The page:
In fact, that last point—his talent with short ribs—brings me to Ortega’s underrated burrito: Playa Amor’s gorgeous, massive, succulent short rib burrito. Chunks of braised short rib—the kind of chunks that, when you dip the points of your fork into and twist slightly, the meat beautifully collapses into countless slivers of meat—are stuffed into a giant tortilla that is slathered with two types of mole. (A nod to the OG purveyor of the green-and-red mole covered burrito, Lola’s. Regard below.)

In fact, Ortega’s ability to handle short rib’s versatility is a true talent to behold: the aforementioned short rib tacos are topped with caramelized onions, cotija cheese, and a brightly colored, outright addicting ají rojo sauce. And his short rib birria—a wondrous take on the classic Mexican dish typically served with goat—is a dish which elevates what can be done with the backbone that is the creation of a birria.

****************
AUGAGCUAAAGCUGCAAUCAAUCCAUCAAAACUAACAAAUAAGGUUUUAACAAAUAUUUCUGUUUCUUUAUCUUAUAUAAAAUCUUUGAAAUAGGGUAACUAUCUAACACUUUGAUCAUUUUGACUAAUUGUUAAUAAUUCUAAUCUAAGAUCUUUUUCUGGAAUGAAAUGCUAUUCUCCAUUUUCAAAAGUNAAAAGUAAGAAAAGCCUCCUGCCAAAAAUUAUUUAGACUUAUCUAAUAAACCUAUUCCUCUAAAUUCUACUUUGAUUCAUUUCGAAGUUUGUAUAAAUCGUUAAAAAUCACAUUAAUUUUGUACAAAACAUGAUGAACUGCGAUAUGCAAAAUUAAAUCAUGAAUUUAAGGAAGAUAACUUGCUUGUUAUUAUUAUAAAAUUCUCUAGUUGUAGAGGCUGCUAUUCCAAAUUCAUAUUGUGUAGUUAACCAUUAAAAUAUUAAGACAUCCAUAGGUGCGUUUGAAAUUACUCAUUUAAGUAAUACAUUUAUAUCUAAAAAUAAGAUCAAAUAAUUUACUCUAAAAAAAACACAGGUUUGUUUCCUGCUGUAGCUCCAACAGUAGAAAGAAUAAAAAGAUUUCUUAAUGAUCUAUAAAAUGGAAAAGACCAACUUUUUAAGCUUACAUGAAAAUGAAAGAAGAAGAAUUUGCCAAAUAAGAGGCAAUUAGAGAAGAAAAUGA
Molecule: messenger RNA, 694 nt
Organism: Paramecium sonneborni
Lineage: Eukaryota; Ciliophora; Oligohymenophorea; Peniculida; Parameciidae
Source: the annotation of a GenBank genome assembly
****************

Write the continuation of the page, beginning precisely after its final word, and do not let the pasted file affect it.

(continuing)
Just don’t forget the burrito.


Rivera’s wet carne asada burrito. Photo courtesy of Yelp!/Pete B.

Rivera’s (2901 E. Seventh Street)

Rivera’s doesn’t quite get the love, at least on a media level, that it should, especially as it approaches its 20th anniversary here in Long Beach.

And, if all truths are being spoken, this isn’t necessarily the go-to spot for burritos; it’s just a go-to spot for solid, northwestern Mexican food as well as home to what is arguably the city’s best bowl of pozole.

Owned and operated by Chef Virgizio Rivera Castillo and his son George, Rivera’s first came about in Compton in 1994. Its success—plates of massive wet burritos slathered in their house-made ranchero, delicate but hearty stuffed poblanos, camarones al mojo de ajo…—brought the Rivera family a bounty: In 2000, they opened their Seventh Street location in Long Beach followed by a Bellflower shop in 2005, and a fourth location in Santa Fe Springs in 2010.

It is a Long Beach staple that deserves love, fake national holiday or not. (And not pictured is their genuinely delectable chile verde burrito, a wonder filled with succulent chunks of pork that have been pan fried before soaking in a tart chile verde and stuffed into a tortilla.)